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Future Shockwave?
Why aren't we taking the steps to prevent the next terrorist atrocity?


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Clifford D. May

If you don’t live in Washington, New York, or another big city, you may think: “Even if the terrorists do strike again on American soil, my hometown and my family probably aren’t in danger.” Think again.

In 2001 the U.S. government established a commission to “assess the threat to the United States from Electromagnetic Pulse (EMP) attack.” The commission recently reported to Congress that if a nuclear warhead were to be detonated at high altitude over the American mainland the blast would produce an EMP — a shockwave so powerful that it would “cripple military and civilian communications, power, transportation, water, food, and other infrastructure.”

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Lights would go out. Telecommunications would fail. Computers would crash. Bank accounts would disappear. The stock market would cease operation. Refrigerated food warehouse would shut down. Sanitation and emergency services would be crippled.

Before long, millions of Americans would, as the Wall Street Journal flatly phrased it, “die of starvation or want of medical care.” It would require months or even years for America to climb out of the pre-industrial hole into which it had been flung.

Any number of terrorists groups would be proud to carry out such an attack. But, as the EMP commission also reported, only Iran (1) is attempting to develop nuclear weapons; (2) has recently conducted multiple missile tests of its nuclear-capable Shahab-3 missiles; (3) has done so from cargo ships in the Caspian Sea; and (4) also has detonated those missiles at high altitude. What’s more, the CIA has translated Iranian military journals in which EMP attacks against the U.S. are explicitly discussed.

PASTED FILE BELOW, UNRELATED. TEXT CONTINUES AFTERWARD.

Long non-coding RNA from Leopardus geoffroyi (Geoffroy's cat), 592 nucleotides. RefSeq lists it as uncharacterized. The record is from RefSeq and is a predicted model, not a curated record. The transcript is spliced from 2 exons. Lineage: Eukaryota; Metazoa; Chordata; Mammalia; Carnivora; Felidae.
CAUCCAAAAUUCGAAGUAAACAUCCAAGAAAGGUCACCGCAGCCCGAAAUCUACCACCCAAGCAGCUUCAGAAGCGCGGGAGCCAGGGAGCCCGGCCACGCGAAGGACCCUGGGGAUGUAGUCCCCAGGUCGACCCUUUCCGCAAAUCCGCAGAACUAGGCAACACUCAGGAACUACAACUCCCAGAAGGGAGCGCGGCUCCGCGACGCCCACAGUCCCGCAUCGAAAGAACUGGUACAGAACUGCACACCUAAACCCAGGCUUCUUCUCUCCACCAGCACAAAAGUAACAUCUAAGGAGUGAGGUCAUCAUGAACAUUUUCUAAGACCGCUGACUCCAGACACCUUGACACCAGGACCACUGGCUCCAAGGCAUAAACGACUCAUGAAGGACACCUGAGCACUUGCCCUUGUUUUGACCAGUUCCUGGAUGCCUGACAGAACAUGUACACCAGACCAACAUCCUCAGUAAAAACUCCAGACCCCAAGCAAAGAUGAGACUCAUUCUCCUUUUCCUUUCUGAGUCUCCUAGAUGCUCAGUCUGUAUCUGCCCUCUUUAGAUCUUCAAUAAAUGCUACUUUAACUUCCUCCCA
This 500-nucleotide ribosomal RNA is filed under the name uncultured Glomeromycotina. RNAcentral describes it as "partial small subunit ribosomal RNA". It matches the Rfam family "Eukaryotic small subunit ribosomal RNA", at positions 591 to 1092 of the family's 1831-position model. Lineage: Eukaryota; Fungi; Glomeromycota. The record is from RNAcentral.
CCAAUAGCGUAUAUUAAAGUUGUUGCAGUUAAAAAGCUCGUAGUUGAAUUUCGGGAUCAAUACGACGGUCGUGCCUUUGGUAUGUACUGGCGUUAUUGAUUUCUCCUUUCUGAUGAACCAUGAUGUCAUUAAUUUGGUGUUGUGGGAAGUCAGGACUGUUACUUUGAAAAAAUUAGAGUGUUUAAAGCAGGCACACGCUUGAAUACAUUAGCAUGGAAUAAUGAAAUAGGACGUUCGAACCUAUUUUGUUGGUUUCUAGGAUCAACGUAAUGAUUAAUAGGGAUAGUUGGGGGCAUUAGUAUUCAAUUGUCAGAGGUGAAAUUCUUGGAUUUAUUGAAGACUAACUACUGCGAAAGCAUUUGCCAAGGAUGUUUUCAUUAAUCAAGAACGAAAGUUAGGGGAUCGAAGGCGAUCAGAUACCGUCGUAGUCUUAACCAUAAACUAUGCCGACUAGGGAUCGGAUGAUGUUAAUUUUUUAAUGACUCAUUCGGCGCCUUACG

Ilan Berman, vice president of the American Foreign Policy Council and a member of the Committee on the Present Danger, comments: “Iran’s interest in developing EMP capabilities suggests that in the near future, Iran could be able to carry out an asymmetric attack involving a mid-air nuclear detonation.”

Capability is one thing. Intention is another. Or is it? Iranian President Mahmoud Ahmadinejad has said: “The time for the fall of the satanic power of the United States has come and the countdown to the annihilation of the emperor of power and wealth has started.” He has added: “A world without the United States . . . can be achieved.”

An EMP attack would achieve that goal most rapidly because it would require only one nuclear weapon, and by using a ship as the launch pad, it would obviate the need for very long-range missiles (which Iran has not yet acquired).

You may be thinking: “Ahmadinejad and his mullah masters wouldn’t dare! They must know the destruction we’d rain on them in response.” First, those who believe — as, for example, Islamist suicide-bombers do — that death in a war against infidels leads to martyrdom and heavenly rewards cannot be deterred. For them, as Middle East scholar Bernard Lewis has observed, “mutually assured destruction in not a deterrent — it is an inducement.”



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